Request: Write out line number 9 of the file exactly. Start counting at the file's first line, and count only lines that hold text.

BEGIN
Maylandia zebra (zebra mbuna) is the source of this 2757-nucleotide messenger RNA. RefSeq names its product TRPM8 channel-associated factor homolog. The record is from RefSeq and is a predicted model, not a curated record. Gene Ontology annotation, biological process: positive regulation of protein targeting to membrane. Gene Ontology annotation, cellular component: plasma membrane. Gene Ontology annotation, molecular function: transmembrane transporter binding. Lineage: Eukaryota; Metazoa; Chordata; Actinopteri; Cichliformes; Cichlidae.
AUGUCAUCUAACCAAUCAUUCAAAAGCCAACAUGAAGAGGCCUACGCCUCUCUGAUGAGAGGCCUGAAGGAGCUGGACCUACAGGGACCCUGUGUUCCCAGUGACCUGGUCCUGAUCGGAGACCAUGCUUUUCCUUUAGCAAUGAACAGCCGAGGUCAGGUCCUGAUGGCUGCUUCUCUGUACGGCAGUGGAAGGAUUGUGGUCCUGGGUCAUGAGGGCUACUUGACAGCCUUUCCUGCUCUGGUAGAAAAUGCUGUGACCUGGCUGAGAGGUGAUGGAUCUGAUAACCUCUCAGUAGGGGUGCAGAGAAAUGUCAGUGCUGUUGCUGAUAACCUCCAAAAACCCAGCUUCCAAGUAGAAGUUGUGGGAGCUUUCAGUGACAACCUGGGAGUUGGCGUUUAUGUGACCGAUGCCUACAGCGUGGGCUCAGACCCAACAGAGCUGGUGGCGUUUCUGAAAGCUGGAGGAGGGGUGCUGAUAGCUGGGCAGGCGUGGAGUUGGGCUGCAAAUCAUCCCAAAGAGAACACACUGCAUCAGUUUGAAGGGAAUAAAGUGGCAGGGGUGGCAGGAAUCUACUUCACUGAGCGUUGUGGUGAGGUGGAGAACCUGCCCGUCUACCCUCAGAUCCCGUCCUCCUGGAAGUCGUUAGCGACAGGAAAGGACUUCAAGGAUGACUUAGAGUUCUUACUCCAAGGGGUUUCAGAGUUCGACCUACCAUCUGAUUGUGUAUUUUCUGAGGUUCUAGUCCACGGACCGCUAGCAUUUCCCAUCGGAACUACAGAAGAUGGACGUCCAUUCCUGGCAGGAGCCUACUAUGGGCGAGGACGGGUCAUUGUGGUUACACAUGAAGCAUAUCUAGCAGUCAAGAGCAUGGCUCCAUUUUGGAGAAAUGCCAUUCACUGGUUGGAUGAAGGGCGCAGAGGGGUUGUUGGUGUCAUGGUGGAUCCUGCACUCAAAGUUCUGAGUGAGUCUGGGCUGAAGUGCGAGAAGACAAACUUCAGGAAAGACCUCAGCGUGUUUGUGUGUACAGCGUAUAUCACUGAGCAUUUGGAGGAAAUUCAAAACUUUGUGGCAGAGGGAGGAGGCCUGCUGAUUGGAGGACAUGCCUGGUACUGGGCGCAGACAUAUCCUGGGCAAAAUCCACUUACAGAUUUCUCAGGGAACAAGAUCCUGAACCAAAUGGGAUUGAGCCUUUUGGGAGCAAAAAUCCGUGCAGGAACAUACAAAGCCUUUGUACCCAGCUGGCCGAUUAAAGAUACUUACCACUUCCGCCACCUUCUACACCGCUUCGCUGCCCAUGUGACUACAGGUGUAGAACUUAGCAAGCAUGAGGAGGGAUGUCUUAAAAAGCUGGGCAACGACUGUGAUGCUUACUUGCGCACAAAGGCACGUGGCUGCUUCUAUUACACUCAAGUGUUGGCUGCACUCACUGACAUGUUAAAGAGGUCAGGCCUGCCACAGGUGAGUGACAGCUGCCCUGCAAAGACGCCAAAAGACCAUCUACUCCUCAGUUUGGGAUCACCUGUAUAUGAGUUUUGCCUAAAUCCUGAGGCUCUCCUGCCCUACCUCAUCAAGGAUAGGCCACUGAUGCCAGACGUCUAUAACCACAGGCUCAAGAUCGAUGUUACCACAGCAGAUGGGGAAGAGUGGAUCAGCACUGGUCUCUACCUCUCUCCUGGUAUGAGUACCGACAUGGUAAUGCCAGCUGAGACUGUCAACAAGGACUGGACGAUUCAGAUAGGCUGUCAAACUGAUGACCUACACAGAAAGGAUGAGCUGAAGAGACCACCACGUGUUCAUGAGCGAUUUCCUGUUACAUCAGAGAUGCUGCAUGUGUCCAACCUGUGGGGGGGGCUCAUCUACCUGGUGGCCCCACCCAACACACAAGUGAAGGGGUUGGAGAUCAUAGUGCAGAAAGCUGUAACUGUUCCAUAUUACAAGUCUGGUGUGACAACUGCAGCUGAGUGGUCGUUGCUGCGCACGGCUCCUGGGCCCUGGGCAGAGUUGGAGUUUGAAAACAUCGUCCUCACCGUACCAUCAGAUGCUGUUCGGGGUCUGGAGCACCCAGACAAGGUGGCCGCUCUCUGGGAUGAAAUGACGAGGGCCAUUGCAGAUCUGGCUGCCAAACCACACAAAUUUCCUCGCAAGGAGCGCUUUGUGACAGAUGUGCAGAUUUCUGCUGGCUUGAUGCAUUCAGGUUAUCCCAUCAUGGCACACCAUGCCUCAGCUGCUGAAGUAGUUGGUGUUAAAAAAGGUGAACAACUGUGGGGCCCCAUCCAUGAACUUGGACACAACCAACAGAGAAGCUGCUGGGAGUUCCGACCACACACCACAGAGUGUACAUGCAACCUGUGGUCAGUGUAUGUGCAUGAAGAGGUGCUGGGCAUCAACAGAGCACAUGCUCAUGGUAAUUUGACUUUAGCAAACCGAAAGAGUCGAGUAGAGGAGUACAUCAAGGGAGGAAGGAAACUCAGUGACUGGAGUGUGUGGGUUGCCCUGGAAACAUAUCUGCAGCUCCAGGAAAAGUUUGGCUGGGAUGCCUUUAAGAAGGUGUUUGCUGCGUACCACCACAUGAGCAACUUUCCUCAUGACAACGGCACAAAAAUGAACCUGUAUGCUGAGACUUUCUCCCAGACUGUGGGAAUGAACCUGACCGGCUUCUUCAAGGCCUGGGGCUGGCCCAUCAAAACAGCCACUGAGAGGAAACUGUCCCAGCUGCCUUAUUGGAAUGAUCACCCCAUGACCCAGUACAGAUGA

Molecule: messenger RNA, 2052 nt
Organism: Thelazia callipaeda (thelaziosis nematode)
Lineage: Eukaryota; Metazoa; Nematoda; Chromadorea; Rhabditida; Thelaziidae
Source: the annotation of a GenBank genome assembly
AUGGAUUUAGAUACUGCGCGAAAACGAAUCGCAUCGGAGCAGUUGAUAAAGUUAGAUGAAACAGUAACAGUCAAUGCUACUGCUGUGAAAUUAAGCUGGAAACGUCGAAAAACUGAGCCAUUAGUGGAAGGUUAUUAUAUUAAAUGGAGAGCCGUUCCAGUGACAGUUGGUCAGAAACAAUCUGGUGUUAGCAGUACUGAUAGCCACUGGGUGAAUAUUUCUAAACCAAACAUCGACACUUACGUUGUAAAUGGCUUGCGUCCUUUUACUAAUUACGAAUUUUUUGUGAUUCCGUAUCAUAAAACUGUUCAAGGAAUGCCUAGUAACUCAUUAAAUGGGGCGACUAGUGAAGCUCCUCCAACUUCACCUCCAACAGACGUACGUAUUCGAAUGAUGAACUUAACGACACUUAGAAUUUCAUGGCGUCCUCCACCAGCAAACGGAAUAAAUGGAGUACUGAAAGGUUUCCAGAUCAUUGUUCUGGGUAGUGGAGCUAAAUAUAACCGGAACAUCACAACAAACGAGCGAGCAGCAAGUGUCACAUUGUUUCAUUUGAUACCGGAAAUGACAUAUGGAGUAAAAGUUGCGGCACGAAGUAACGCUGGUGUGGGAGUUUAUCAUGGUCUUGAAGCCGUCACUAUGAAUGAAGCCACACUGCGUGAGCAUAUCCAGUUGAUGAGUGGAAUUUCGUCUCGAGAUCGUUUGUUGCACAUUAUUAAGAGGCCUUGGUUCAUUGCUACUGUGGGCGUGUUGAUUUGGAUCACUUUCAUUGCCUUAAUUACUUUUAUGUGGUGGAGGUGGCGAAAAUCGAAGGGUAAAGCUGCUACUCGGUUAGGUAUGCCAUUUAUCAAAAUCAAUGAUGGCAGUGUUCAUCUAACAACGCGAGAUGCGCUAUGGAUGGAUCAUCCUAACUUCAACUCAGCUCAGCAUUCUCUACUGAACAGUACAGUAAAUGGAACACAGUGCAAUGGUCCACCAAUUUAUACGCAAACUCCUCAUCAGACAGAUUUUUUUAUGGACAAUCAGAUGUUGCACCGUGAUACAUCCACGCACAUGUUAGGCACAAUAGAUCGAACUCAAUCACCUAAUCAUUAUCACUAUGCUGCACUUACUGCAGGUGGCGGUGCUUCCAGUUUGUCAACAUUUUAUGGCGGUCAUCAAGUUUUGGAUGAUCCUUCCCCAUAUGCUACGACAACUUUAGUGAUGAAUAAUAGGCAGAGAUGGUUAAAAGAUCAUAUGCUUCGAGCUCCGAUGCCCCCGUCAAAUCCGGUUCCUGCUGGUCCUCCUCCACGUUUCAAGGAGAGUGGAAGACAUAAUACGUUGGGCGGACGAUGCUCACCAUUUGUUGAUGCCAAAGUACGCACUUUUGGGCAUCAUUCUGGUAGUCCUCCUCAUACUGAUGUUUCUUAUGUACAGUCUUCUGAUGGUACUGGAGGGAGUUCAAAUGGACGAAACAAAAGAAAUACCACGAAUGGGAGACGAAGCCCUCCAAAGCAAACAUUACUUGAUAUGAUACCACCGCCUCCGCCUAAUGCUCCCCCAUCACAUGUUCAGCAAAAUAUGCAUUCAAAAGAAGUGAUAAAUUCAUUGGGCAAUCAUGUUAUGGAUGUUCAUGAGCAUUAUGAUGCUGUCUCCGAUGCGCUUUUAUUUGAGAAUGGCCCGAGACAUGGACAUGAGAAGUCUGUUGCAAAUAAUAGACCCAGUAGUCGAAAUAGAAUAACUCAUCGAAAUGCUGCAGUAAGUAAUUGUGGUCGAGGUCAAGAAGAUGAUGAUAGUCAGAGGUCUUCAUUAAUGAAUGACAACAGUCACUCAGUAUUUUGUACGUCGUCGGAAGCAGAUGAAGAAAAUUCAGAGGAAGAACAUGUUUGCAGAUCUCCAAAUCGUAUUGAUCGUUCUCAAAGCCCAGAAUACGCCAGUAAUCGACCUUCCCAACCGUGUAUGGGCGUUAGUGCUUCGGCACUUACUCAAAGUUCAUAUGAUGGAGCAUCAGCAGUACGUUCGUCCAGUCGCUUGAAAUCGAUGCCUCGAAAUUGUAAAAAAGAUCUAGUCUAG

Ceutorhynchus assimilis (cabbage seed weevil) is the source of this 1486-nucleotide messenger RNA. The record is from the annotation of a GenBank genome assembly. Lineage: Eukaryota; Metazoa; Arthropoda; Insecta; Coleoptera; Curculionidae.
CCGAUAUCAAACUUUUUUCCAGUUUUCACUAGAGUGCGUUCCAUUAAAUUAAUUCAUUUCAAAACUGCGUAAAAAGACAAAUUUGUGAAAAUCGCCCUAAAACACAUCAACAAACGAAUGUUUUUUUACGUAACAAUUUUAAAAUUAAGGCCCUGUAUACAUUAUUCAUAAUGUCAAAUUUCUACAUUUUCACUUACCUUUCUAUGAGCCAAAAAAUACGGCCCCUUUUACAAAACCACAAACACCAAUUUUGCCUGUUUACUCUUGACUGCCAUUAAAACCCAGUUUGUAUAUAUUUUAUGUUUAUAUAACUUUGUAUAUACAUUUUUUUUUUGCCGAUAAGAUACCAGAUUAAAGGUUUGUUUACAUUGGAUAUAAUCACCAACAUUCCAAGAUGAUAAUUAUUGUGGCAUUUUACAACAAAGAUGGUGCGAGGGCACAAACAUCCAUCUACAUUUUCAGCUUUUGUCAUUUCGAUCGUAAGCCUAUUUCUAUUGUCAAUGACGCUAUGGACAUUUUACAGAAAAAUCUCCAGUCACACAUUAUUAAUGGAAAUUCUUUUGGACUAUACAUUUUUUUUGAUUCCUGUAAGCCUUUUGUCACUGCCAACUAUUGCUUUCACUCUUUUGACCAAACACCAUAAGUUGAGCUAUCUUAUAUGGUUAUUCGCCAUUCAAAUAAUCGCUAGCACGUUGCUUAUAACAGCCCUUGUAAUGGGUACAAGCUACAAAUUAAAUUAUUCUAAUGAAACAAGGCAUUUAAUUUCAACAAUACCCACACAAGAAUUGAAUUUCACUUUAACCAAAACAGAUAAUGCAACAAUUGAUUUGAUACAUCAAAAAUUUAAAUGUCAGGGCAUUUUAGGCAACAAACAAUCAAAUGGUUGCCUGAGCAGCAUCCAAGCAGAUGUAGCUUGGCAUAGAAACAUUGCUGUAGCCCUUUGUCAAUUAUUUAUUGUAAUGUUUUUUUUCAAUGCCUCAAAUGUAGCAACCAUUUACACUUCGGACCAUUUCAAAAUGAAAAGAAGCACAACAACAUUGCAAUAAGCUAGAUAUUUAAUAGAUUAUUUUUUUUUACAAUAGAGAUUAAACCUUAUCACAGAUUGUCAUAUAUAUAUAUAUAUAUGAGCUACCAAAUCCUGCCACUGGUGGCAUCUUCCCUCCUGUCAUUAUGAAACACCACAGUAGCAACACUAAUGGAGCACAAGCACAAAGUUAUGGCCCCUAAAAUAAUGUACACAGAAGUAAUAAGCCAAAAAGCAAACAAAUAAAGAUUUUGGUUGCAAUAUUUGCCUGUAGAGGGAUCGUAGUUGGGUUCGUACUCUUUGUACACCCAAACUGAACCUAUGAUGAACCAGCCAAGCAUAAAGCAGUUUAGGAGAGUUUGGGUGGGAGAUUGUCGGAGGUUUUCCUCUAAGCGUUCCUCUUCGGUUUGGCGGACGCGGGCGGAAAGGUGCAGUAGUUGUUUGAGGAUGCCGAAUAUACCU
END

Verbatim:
CCGAUAUCAAACUUUUUUCCAGUUUUCACUAGAGUGCGUUCCAUUAAAUUAAUUCAUUUCAAAACUGCGUAAAAAGACAAAUUUGUGAAAAUCGCCCUAAAACACAUCAACAAACGAAUGUUUUUUUACGUAACAAUUUUAAAAUUAAGGCCCUGUAUACAUUAUUCAUAAUGUCAAAUUUCUACAUUUUCACUUACCUUUCUAUGAGCCAAAAAAUACGGCCCCUUUUACAAAACCACAAACACCAAUUUUGCCUGUUUACUCUUGACUGCCAUUAAAACCCAGUUUGUAUAUAUUUUAUGUUUAUAUAACUUUGUAUAUACAUUUUUUUUUUGCCGAUAAGAUACCAGAUUAAAGGUUUGUUUACAUUGGAUAUAAUCACCAACAUUCCAAGAUGAUAAUUAUUGUGGCAUUUUACAACAAAGAUGGUGCGAGGGCACAAACAUCCAUCUACAUUUUCAGCUUUUGUCAUUUCGAUCGUAAGCCUAUUUCUAUUGUCAAUGACGCUAUGGACAUUUUACAGAAAAAUCUCCAGUCACACAUUAUUAAUGGAAAUUCUUUUGGACUAUACAUUUUUUUUGAUUCCUGUAAGCCUUUUGUCACUGCCAACUAUUGCUUUCACUCUUUUGACCAAACACCAUAAGUUGAGCUAUCUUAUAUGGUUAUUCGCCAUUCAAAUAAUCGCUAGCACGUUGCUUAUAACAGCCCUUGUAAUGGGUACAAGCUACAAAUUAAAUUAUUCUAAUGAAACAAGGCAUUUAAUUUCAACAAUACCCACACAAGAAUUGAAUUUCACUUUAACCAAAACAGAUAAUGCAACAAUUGAUUUGAUACAUCAAAAAUUUAAAUGUCAGGGCAUUUUAGGCAACAAACAAUCAAAUGGUUGCCUGAGCAGCAUCCAAGCAGAUGUAGCUUGGCAUAGAAACAUUGCUGUAGCCCUUUGUCAAUUAUUUAUUGUAAUGUUUUUUUUCAAUGCCUCAAAUGUAGCAACCAUUUACACUUCGGACCAUUUCAAAAUGAAAAGAAGCACAACAACAUUGCAAUAAGCUAGAUAUUUAAUAGAUUAUUUUUUUUUACAAUAGAGAUUAAACCUUAUCACAGAUUGUCAUAUAUAUAUAUAUAUAUGAGCUACCAAAUCCUGCCACUGGUGGCAUCUUCCCUCCUGUCAUUAUGAAACACCACAGUAGCAACACUAAUGGAGCACAAGCACAAAGUUAUGGCCCCUAAAAUAAUGUACACAGAAGUAAUAAGCCAAAAAGCAAACAAAUAAAGAUUUUGGUUGCAAUAUUUGCCUGUAGAGGGAUCGUAGUUGGGUUCGUACUCUUUGUACACCCAAACUGAACCUAUGAUGAACCAGCCAAGCAUAAAGCAGUUUAGGAGAGUUUGGGUGGGAGAUUGUCGGAGGUUUUCCUCUAAGCGUUCCUCUUCGGUUUGGCGGACGCGGGCGGAAAGGUGCAGUAGUUGUUUGAGGAUGCCGAAUAUACCU